Read more about autism assessment in our blog below – updated summer 2018.

Clarity – explaining the diagnostic criteria for autism spectrum disorders (autism spectrum conditions) – inc. Asperger Syndrome

“Please understand me – my walls came falling down” – autistic shutdown – what does it mean for someone on the autism spectrum?

“Please understand me – my walls came falling down” – autistic shutdown – what does it mean for someone on the autism spectrum?

“Please understand me – my walls came falling down”

So, a common question asked of someone who is autistic is: what is the difference between meltdown, shutdown and even burnout? This particular blog article will focus on autistic shutdown.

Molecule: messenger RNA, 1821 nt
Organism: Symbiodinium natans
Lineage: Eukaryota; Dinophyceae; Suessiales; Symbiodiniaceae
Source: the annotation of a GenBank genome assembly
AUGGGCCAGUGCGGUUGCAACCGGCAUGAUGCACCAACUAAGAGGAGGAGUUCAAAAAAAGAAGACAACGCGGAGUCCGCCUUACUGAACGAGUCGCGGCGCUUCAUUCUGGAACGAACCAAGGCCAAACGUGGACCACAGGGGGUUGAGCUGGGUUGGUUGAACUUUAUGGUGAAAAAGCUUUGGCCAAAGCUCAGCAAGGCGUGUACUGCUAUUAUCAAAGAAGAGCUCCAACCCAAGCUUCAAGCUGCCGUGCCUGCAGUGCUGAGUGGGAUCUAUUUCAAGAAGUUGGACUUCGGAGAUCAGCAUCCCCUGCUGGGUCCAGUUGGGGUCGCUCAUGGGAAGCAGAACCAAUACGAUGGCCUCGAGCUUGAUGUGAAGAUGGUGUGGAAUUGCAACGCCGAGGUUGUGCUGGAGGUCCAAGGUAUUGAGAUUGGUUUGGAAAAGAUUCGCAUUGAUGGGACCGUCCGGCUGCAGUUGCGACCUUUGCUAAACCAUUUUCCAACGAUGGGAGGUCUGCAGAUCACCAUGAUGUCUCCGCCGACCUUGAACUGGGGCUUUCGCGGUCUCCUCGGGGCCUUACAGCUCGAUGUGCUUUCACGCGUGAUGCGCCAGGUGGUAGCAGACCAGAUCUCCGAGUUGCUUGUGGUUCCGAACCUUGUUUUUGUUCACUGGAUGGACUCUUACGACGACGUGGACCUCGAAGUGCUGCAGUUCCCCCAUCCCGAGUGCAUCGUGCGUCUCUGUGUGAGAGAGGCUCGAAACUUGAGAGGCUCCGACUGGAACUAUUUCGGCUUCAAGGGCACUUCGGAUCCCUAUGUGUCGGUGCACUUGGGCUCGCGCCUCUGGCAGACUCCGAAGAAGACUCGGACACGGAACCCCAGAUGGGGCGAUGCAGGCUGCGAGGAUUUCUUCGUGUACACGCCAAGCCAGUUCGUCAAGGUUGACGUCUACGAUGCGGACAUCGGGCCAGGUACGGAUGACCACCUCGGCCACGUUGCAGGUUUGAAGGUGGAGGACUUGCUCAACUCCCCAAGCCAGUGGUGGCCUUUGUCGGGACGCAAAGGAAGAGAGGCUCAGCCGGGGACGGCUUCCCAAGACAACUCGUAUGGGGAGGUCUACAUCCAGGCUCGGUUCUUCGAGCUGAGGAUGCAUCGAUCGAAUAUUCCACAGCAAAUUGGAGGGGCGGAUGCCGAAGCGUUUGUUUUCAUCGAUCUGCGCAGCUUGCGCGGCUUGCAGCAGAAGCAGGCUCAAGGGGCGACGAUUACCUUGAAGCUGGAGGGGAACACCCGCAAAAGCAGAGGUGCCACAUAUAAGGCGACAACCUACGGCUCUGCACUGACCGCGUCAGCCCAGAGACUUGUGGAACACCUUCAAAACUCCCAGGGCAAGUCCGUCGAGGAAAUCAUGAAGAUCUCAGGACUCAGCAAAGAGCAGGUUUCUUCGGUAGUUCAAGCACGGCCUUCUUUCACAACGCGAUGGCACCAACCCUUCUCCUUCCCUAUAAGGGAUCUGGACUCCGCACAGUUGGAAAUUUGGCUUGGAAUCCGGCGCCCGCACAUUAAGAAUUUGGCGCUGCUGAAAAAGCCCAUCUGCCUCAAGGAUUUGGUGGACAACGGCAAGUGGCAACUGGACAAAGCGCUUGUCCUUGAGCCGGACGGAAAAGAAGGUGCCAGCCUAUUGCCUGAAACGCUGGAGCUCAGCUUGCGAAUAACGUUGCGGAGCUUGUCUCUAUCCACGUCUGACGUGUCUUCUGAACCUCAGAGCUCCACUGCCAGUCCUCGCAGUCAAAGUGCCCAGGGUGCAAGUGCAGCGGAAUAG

Firstly, it’s really important to explain that because every autistic person is an individual, they will experience meltdown, shutdown and autistic burnout in different ways.

Too many apps or browsers or programs open

Shutdown, for someone with an autistic spectrum disorder (ASD), can be described as feeling like a fairly old computer that’s not equipped with all the modern update software – it simply has too many apps or browsers or programs open. Autistic shutdown is when you need to start closing down your programs to conserve energy, and generally only the most important program (which if you are a mammal, will be the ‘parent program’), is left on. Everything else closes down to a degree, just to conserve your own battery life – as if you keep going at your current level, you will certainly head for an autistic burnout, which we will talk more about elsewhere on

Being in autistic shutdown is self preservation mode – it is a mode that happens with your consent to a degree, as it is something that needs to happen to re-calibrate your body.